More Than Madonna
When libido and midlife crisis meet head on, impartial judgement is lost.
by Jim Murchison
I confess that I didn’t know a lot about Speed-the-Plow, other than it was the vehicle that launched Madonna’s Broadway career. The irony of a play about marketing over substance, that used a pop star like Madonna to sell a million dollars in advance tickets, did not go unnoticed by the critics at the time. Fortunately, small Canadian theatre companies are not encumbered with the dilemma of hiring a pop icon, so we can concentrate on the merits of this production instead. Oh yeah, I hear Madonna is back in the music business.
There is a difference between speed and pace.
The basic theme of David Mamet’s play is not peculiar to the film industry in which it is set. Bobby Gould, a recently promoted film executive, still somewhat insecure in his new found power, has the property of a lifetime dropped in his lap by Charlie Fox, the very man who was overlooked for the same job. Charlie decides to put aside his professional jealousy and resentment and bring the project to Bobby so that he can broker the best deal. Of course there is another project, that is more artistic or pretentious depending on your point of view. Karen, the new temp, is in charge of reporting back to Bobby on the merits of the work, which is like putting the serpent in charge of reporting back on why you should taste the apple. When libido and midlife crisis meet head on, impartial judgement is lost.
Ivo Valentik designed set, costumes and sound. The most impressive of these elements was the set. The white skeletal grid suggests a skyscraper penthouse or something still in development and at the same time the tapering angles of the frame add depth to the office.
Director Teri Loretto-Valentik sacrificed some needed texture by filling all the spaces so completely that the play didn’t truly breathe.
There is a difference between speed and pace. The beginning of the play is a bit rushed, and in an odd way that slows down the development of the story, because the audience is trying to catch up. When dialogue is rushed some of the nuance is swallowed up and the humour gets lost. In some types of farce pure speed can work, because the physical jokes are so strong that an audience is caught up in the facial expressions and body language of the actors. In a David Mamet play, it is integral to let that language flow even when the characters are stepping on each other and cutting each other off, because there is not a lot of grand gesture to support it. The language itself is the star.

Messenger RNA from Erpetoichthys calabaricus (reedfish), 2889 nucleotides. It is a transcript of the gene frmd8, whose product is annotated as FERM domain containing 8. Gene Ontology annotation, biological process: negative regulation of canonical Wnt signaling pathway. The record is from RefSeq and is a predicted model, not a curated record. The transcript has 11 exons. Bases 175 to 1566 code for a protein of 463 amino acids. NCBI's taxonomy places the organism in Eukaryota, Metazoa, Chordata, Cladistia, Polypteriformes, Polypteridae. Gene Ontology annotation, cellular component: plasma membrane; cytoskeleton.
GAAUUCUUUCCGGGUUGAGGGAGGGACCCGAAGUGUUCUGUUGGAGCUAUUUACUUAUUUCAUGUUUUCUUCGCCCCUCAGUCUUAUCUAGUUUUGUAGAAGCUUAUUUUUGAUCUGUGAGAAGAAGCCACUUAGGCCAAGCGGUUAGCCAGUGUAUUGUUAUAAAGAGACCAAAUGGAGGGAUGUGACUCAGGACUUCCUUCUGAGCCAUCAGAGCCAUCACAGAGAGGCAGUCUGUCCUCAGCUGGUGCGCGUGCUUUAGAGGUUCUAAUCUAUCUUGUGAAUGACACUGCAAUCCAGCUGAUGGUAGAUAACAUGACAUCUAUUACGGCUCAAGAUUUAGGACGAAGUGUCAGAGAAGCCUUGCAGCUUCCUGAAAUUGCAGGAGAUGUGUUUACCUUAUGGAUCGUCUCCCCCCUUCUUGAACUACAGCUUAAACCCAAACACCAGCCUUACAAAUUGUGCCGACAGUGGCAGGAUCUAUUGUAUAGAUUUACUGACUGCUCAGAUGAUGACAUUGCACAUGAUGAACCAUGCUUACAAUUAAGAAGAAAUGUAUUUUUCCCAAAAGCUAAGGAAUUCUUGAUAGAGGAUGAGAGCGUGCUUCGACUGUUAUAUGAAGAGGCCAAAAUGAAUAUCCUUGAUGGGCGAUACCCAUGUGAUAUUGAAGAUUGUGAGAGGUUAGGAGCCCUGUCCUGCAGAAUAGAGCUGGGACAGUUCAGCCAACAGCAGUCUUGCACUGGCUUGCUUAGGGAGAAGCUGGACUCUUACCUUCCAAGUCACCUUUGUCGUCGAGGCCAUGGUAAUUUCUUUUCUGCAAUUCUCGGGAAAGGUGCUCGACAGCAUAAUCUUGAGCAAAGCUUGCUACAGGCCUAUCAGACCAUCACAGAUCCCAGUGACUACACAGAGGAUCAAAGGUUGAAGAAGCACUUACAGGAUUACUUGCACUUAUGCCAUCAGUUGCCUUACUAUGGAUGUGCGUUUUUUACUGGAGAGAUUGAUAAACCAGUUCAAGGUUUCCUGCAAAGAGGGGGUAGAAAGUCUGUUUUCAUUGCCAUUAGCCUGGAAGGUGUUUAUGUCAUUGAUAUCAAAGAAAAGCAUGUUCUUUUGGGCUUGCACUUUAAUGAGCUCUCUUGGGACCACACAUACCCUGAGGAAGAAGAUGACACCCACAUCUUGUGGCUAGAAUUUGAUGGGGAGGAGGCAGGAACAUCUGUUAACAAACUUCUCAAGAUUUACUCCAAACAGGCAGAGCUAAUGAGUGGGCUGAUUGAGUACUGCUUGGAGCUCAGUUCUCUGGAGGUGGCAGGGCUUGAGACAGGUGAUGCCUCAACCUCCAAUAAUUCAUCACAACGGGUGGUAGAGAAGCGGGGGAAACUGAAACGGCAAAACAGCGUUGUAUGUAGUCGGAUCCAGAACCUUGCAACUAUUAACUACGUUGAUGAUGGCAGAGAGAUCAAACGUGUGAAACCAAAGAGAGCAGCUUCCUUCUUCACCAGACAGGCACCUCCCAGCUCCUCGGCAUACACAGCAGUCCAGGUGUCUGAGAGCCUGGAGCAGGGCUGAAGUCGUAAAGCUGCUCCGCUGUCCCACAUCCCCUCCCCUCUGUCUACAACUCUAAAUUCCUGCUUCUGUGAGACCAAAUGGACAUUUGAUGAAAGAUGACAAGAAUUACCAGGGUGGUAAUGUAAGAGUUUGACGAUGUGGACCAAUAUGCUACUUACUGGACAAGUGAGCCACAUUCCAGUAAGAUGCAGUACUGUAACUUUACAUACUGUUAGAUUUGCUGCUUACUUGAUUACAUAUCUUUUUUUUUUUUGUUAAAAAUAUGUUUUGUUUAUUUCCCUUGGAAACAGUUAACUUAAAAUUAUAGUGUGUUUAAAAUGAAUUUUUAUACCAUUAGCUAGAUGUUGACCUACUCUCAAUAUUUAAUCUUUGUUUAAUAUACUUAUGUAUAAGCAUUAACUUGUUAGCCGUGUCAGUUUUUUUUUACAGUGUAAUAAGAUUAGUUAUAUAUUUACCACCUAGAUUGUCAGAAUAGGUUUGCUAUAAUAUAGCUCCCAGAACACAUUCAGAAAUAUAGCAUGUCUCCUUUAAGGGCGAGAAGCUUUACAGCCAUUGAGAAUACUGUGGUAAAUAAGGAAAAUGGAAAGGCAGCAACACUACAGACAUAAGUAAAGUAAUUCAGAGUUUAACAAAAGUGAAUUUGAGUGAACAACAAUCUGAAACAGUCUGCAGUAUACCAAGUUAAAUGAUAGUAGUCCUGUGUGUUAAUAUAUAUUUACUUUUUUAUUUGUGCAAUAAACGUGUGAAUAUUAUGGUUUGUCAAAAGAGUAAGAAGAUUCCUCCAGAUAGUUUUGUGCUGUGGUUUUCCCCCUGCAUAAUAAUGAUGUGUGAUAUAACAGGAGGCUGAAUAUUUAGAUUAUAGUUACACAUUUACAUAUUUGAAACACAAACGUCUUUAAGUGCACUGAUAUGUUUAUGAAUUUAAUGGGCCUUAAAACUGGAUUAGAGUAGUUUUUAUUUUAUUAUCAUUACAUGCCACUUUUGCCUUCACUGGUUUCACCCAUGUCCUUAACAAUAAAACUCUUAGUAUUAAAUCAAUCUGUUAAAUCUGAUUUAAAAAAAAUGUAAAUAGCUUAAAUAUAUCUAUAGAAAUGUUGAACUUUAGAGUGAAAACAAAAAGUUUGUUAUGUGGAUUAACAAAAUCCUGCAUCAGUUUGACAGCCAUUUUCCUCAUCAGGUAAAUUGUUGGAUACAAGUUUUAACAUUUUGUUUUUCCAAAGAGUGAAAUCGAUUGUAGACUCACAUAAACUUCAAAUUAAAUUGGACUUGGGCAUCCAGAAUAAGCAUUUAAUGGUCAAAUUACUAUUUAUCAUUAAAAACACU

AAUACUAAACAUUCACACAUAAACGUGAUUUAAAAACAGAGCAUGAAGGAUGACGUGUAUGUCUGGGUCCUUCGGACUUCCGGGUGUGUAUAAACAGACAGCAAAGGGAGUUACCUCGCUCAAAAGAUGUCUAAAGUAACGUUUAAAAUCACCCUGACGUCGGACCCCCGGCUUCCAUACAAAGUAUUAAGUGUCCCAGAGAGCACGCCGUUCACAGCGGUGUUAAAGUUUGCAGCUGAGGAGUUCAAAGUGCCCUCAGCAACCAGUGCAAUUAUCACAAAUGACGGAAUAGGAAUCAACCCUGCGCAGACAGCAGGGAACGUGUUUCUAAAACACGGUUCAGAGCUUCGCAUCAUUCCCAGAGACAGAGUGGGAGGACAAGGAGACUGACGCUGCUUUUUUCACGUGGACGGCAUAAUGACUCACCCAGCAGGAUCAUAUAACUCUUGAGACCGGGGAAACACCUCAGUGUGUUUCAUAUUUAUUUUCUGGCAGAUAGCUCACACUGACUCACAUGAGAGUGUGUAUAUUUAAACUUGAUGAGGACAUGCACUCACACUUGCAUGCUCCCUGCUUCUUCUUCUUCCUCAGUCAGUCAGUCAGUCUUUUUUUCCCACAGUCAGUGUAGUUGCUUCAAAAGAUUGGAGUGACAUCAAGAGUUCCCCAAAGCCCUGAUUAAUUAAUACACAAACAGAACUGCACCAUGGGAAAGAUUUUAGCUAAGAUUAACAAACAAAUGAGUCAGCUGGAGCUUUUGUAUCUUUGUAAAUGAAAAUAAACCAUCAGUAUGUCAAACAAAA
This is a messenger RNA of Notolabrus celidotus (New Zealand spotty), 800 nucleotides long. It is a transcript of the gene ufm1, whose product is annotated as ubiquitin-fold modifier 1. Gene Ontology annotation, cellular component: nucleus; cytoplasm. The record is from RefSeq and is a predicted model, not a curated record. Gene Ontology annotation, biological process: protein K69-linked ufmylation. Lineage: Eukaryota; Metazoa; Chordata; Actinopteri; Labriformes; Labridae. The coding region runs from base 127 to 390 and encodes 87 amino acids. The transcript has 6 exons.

Director Teri Loretto-Valentik sacrificed some needed texture by filling all the spaces so completely that the play didn’t truly breathe. It took a little longer for the audience to know the characters. This was particularly a problem in the first act. Opening night jitters and some technical problems may have contributed to this.
Chris Ralph, as Charlie Fox, most often hit the right notes, successfully bounding from pandering to badgering and graduating to outright bullying. He also has the advantage of having the most likable character early on, fully honest about his own greed and not afraid to peel back the shiny layers of the cinematic onion and reveal its stinky heart.
John Muggleton, as Bobby Gould, was very effective in his scenes with Karen and particularly funny when dumbfounded by his own doubt. I think it would have served the play better had he been permitted to be more overpowering over Charlie early on.
As Karen, Kyla Gray, has a very good debut giving her character a fairly even balance of feigned naivety and reserved seductiveness that quite properly makes you wonder about the level of her ambition.
By the third act, the cast did find its’ legs and the play finished strongly. Pockets of the audience showed their appreciation with cheers and a standing ovation. I wasn’t among them because I felt the overall impact had been diminished by the first Act.